CDC ends special entry screening for Liberia travelers
The US Centers for Disease Control and Prevention (CDC) has stepped down its travel advisory level for Liberia, with the country now more than 2 weeks past achieving Ebola-free status for the second time. The CDC today moved the alert level to the green watch level 1, which recommends practicing the usual precautions, according to a Sep 18 media statement.
The CDC said it is no longer recommending that US residents practice enhanced precautions when traveling to Liberia, though travelers, as usual, should avoid contact with sick people, dead bodies, or blood and body fluids. It added that Liberia's healthcare infrastructure was severely strained by the outbreak, but is now returning to normal.
Though Guinea and Sierra Leone have made much progress against Ebola, the outbreak has not ended there, keeping the CDC's earlier precautions in place for those nations.
Though travelers leaving Liberia will still be screened for fever and Ebola symptoms, as of today enhanced entry screening has ended for travelers coming to the United States from Liberia, and those travelers will no longer be funneled through the handful of US airports conducting enhanced Ebola screening. The CDC is still recommending that people traveling from Liberia monitor their health for fever or other Ebola symptoms for 21 days after they leave Liberia.
Sep 18 CDC media statement
Sep 21 CDC traveler's health update
AP investigation details Ebola response missteps in Sierra Leone
Ineffective chlorine, ineptness by government officials, infighting, and problems getting supplies are among the logistical problems uncovered by an Associated Press (AP) investigation into the bungled response by the World Health Organization (WHO) and other groups in Sierra Leone last August.
The report, published yesterday, is based e-mails, conference-call recordings, and interviews obtained by the AP, focusing on events in Kenema last year during the Ebola outbreak.
The report said breakdown in the response in Kenema—which played out in other outbreak areas—may have influenced the course of the outbreak, given the city's proximity to the forested region of Guinea and transportation links to Freetown.
According to the report, the WHO made the decision to use Sierra Leone's chlorine supply, which was found to be defective and likely undermined health workers' resolve and put them at risk. The report also said problems with leadership at the WHO and in Sierra Leone's government led to delays in building treatment centers and procuring crucial supplies such as body bags and personal protective equipment.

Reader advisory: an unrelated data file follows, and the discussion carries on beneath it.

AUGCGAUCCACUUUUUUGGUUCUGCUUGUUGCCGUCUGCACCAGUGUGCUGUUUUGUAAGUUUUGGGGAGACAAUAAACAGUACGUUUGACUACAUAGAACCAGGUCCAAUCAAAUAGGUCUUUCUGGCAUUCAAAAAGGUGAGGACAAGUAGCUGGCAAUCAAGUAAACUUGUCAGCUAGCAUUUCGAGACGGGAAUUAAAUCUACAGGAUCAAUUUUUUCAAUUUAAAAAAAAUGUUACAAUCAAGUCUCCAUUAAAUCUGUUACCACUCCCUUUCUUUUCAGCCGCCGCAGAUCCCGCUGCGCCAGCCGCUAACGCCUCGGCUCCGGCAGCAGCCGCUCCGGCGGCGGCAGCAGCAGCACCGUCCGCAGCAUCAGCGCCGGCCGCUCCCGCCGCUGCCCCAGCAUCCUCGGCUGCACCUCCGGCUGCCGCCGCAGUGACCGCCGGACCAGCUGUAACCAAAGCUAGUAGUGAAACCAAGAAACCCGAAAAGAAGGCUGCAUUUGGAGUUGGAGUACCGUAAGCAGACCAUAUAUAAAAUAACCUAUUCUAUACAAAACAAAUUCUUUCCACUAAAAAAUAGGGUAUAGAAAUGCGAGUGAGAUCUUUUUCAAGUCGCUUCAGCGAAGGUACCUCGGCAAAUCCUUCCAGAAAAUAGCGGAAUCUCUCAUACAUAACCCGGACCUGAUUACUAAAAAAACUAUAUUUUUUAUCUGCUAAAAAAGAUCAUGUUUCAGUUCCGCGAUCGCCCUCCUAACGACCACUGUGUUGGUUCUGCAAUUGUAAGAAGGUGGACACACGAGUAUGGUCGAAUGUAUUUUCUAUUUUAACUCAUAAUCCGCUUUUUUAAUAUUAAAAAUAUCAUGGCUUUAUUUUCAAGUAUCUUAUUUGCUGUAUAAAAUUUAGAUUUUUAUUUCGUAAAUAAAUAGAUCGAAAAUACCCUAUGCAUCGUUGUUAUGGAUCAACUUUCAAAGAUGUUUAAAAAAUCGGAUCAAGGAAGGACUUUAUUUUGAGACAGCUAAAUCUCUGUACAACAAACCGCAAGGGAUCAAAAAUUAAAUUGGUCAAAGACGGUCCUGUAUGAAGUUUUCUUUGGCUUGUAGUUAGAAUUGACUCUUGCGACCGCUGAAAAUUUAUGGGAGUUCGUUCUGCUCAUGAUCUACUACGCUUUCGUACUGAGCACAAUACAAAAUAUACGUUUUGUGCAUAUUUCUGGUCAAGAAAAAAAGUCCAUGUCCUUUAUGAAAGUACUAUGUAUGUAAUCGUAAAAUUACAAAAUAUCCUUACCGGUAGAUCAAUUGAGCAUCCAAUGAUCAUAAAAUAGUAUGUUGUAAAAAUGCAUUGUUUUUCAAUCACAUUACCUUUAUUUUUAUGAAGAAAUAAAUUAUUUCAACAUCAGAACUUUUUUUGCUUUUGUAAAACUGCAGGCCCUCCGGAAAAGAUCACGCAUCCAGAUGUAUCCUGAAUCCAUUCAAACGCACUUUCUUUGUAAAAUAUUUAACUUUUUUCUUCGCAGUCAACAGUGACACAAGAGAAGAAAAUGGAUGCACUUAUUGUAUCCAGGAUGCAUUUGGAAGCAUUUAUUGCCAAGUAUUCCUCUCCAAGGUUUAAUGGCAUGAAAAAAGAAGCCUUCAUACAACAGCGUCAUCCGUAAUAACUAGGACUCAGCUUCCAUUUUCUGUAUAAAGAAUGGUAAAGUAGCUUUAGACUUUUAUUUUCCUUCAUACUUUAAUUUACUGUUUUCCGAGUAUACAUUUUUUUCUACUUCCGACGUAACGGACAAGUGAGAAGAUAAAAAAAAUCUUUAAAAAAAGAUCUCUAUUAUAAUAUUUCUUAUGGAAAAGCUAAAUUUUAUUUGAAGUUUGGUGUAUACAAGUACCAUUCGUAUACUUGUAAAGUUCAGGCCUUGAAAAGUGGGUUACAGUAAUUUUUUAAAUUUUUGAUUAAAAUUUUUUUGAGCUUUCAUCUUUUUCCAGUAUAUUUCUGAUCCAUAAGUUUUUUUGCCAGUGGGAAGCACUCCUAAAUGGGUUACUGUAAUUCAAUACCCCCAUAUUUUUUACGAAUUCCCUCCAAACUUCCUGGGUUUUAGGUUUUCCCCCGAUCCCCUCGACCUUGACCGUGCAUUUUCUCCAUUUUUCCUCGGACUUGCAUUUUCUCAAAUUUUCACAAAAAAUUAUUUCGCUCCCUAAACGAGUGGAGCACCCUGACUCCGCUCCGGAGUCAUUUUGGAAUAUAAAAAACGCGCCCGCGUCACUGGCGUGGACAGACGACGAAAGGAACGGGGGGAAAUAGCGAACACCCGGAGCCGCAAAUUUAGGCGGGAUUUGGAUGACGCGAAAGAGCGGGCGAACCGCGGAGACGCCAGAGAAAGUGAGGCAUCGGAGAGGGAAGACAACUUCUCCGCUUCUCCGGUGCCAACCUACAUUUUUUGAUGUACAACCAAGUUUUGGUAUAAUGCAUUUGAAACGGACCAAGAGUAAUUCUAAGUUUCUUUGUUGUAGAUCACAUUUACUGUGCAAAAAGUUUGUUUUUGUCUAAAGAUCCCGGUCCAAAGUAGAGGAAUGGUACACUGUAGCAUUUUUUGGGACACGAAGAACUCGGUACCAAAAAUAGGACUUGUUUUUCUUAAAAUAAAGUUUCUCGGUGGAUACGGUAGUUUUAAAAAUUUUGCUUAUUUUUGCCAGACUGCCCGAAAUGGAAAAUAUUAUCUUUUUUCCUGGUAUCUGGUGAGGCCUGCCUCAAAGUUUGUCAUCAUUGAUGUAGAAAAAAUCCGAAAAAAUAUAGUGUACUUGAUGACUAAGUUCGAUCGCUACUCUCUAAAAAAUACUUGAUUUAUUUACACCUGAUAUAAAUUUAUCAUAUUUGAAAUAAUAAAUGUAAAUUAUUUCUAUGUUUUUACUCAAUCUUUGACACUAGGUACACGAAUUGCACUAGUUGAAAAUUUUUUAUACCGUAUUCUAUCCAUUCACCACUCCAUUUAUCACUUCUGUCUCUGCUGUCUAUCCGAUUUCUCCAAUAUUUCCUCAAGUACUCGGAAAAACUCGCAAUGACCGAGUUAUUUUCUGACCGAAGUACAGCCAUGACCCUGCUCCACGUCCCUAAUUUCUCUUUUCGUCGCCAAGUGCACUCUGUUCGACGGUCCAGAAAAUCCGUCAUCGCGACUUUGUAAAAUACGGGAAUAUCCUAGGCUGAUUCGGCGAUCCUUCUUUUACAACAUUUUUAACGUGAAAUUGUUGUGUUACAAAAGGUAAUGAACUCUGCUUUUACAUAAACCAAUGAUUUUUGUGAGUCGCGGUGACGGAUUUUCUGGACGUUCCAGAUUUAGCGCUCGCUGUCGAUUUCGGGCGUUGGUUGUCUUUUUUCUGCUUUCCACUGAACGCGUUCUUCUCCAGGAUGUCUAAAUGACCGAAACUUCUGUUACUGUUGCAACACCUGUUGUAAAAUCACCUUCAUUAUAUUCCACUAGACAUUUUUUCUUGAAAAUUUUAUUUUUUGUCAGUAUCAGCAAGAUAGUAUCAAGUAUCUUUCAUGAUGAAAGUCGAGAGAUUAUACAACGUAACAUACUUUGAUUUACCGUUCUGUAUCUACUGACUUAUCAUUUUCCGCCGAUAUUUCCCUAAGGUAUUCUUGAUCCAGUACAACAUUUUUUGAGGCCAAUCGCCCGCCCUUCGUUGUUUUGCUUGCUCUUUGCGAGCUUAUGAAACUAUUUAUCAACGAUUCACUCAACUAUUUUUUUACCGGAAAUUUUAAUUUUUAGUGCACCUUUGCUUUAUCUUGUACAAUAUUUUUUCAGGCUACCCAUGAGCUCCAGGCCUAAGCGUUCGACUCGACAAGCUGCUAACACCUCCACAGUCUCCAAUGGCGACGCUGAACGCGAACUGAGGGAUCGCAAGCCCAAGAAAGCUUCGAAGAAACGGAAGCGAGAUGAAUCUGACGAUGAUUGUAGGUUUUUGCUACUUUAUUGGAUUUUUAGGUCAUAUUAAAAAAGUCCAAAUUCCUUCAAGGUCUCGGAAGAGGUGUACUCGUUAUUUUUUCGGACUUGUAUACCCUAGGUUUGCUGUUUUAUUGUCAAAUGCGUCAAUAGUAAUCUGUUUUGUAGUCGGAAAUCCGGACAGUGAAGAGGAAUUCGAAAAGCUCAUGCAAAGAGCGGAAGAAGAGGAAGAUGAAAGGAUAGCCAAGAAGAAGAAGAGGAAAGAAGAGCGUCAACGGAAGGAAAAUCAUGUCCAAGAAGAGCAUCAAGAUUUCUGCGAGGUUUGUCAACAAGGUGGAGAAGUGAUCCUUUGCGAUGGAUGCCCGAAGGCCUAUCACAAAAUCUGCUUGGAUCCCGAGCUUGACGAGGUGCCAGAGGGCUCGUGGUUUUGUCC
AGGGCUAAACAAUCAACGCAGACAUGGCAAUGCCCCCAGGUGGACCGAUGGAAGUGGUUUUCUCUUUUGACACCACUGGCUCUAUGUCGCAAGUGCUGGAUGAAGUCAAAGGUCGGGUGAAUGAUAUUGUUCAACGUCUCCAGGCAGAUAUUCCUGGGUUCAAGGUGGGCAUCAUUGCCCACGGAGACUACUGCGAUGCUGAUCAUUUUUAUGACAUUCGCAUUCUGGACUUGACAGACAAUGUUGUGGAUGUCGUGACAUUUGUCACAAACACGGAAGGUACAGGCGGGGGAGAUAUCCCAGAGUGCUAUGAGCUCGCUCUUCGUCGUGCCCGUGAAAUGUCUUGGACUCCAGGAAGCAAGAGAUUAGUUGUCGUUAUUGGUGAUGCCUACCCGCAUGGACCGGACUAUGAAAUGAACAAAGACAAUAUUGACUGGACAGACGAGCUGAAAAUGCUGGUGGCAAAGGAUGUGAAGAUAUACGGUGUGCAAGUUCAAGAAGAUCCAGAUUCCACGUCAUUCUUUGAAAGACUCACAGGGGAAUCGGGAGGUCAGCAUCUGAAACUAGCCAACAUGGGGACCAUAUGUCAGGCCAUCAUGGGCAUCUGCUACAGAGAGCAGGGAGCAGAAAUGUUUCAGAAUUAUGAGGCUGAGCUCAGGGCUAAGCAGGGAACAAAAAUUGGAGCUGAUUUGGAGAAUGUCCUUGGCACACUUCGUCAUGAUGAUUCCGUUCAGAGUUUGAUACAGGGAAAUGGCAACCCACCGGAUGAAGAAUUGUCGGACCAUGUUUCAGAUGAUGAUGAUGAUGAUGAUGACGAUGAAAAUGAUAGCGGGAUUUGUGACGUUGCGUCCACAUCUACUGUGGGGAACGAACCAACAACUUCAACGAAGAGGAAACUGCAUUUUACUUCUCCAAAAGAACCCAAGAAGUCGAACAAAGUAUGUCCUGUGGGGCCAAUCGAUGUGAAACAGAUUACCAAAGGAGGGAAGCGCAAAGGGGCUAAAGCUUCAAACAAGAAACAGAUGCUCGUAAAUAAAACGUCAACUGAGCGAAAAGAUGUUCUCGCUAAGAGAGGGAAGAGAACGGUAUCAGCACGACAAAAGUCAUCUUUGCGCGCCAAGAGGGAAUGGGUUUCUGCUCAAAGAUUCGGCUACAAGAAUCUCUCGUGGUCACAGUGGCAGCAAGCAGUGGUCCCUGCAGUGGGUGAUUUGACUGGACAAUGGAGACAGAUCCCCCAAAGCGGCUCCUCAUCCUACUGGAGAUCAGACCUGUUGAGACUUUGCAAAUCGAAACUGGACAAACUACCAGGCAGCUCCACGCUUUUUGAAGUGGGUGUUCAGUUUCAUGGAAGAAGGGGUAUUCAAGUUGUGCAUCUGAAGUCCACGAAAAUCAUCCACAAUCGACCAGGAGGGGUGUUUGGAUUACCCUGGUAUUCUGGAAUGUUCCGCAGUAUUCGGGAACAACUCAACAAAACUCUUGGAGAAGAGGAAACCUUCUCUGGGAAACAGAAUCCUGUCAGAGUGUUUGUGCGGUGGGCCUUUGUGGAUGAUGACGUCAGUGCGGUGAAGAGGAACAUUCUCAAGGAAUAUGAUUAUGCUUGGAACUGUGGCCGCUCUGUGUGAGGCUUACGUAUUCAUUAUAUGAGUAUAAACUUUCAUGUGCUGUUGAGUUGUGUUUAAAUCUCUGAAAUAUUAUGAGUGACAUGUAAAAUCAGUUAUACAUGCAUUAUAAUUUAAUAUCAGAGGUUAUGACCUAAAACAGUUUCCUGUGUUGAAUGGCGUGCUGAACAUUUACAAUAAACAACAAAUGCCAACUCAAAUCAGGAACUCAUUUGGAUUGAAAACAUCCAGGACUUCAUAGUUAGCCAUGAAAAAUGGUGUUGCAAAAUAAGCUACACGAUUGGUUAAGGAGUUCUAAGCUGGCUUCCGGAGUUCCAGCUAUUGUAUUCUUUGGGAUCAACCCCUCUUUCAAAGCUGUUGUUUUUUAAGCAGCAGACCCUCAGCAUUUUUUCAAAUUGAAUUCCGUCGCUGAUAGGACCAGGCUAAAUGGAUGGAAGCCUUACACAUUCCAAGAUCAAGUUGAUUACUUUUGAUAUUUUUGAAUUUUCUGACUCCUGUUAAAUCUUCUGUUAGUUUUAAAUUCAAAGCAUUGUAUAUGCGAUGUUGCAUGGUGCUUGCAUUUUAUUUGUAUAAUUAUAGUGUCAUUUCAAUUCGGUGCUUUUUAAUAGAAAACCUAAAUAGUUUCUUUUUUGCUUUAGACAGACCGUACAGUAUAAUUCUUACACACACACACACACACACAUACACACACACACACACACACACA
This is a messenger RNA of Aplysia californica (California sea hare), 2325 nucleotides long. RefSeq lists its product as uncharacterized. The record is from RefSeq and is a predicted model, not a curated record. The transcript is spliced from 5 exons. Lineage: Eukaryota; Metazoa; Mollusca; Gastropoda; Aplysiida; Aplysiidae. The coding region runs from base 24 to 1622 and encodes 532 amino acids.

The report also described infighting and poor communication between a private US-based response group and the WHO, and hinted at incompetence and bureaucratic red tape in Sierra Leone that led to problems with moving supplies and tracking cases.
Experts interviewed by the AP had a range of opinions about the bungled response in Sierra Leone, from noting that fear and community resistance overshadowed problems by agencies and the government to skepticism that the WHO response will go more smoothly during the next major global public health crisis.
Sep 20 AP story
Regeneron, BARDA sign agreement for Ebola drug development
Regeneron Pharmaceuticals, Inc., today announced an agreement with the US government to develop, study, and make a monoclonal antibody treatment for Ebola infection.
The deal with the Department of Health and Human Services (HHS) Biomedical Advanced Research and Development Authority (BARDA) is worth an initial $17 million that could cover preclinical development and antibody manufacturing, according to a press release from the company, based in Tarrytown, N.Y. An option for an additional $21 million would provide for a phase 1 study in healthy volunteers planned for January 2016 and further manufacturing and development.
The company says it uses proprietary technologies that allow the rapid identification and preclinical validation of fully human monoclonal antibodies, which would be used to develop a novel antibody "cocktail" that includes a combination of three antibodies. Regeneron has done preclinical studies in animals, which were found during work stemming from an earlier agreement with Sanofi.
So far treatments for Ebola have been cleared by regulatory bodies, but trials are under way for several. The first clinical trial of ZMapp, a monoclonal antibody treatment that was used for several patients on an emergency bases, launched in Liberia in February. Last week the drug's maker, Mapp Biopharmaceuticals, announced that ZMapp had received fast-track status for US Food and Drug Administration approval.
Sep 21 Regeneron press release
Sep 21 HHS news release
Sep 18 CIDRAP News scan "Possible Ebola treatment ZMapp receives FDA fast-track status"